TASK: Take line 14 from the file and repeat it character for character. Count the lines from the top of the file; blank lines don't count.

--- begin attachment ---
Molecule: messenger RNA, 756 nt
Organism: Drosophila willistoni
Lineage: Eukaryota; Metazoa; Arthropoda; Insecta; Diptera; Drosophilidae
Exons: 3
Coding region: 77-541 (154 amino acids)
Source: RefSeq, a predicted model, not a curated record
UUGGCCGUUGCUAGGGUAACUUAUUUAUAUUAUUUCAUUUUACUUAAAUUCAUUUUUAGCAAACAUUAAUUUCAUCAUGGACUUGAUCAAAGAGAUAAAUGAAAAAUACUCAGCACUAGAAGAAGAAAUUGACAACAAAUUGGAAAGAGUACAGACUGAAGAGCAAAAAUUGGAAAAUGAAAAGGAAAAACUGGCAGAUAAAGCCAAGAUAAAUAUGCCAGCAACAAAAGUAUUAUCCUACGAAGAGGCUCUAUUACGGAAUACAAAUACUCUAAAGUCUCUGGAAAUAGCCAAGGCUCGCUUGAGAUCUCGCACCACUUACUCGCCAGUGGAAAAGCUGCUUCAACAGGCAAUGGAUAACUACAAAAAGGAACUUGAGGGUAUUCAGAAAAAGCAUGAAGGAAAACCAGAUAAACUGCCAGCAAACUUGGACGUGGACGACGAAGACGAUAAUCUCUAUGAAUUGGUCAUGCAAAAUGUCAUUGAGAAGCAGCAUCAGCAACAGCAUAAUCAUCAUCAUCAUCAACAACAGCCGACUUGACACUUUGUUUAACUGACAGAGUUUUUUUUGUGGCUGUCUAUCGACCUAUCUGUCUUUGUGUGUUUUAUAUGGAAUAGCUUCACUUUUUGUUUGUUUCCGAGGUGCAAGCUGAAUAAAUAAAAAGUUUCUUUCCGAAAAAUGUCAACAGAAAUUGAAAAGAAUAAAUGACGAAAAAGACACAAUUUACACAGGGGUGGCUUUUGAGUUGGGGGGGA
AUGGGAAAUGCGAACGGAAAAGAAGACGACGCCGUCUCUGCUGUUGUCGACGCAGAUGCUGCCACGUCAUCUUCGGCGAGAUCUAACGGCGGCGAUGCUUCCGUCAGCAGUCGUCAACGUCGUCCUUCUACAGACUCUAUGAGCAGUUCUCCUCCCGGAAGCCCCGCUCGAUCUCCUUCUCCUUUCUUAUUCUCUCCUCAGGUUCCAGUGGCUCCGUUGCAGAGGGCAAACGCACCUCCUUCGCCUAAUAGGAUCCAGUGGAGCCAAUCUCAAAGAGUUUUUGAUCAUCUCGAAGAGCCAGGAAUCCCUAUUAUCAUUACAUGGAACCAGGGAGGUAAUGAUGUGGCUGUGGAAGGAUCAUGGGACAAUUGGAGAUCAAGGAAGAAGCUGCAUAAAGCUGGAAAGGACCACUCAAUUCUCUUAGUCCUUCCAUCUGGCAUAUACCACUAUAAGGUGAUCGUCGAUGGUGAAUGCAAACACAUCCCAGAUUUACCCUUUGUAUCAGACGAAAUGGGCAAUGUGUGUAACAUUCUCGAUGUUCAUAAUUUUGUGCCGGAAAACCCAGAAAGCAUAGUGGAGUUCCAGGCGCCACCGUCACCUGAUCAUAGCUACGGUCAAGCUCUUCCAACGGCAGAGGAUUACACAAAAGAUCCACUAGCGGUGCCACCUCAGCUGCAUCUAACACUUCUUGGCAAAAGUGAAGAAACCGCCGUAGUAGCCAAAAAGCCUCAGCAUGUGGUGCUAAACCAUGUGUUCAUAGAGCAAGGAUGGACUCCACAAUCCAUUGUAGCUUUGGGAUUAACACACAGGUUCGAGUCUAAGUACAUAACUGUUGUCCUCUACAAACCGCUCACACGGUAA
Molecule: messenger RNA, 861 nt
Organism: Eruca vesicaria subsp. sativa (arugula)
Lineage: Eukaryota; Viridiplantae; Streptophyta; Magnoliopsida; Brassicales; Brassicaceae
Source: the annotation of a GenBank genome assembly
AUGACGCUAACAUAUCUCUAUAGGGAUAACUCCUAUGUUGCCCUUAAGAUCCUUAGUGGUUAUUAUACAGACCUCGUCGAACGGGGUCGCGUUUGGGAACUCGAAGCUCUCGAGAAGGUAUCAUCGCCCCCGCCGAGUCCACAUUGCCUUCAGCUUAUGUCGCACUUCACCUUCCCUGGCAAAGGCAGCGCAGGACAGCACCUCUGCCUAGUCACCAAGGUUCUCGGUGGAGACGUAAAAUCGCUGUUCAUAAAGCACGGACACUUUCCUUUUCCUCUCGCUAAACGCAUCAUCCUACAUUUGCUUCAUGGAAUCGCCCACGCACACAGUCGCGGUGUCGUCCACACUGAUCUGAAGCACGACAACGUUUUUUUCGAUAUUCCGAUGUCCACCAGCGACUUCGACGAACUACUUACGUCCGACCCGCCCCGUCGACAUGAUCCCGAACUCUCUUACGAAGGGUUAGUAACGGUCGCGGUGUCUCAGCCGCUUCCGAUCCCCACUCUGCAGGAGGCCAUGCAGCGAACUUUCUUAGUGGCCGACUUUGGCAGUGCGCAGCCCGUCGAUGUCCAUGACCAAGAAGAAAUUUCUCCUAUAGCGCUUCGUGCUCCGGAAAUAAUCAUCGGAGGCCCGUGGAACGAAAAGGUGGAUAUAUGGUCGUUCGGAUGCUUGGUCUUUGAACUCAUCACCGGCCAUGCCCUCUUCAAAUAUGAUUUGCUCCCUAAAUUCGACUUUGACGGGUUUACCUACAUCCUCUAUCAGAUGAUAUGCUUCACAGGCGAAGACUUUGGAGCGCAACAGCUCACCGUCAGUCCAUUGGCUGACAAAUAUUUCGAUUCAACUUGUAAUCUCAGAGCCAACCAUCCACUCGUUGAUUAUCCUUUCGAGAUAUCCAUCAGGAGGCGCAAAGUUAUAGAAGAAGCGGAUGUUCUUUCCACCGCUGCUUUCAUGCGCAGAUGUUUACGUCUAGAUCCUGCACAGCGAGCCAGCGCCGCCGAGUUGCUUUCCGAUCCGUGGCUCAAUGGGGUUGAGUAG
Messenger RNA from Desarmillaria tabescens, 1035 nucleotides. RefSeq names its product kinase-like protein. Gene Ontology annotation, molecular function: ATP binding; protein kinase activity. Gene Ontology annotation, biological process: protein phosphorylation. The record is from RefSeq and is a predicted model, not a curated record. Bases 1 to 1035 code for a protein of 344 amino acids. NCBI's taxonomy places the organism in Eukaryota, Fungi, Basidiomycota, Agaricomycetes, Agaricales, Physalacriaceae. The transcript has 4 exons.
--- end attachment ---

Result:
Messenger RNA from Desarmillaria tabescens, 1035 nucleotides. RefSeq names its product kinase-like protein. Gene Ontology annotation, molecular function: ATP binding; protein kinase activity. Gene Ontology annotation, biological process: protein phosphorylation. The record is from RefSeq and is a predicted model, not a curated record. Bases 1 to 1035 code for a protein of 344 amino acids. NCBI's taxonomy places the organism in Eukaryota, Fungi, Basidiomycota, Agaricomycetes, Agaricales, Physalacriaceae. The transcript has 4 exons.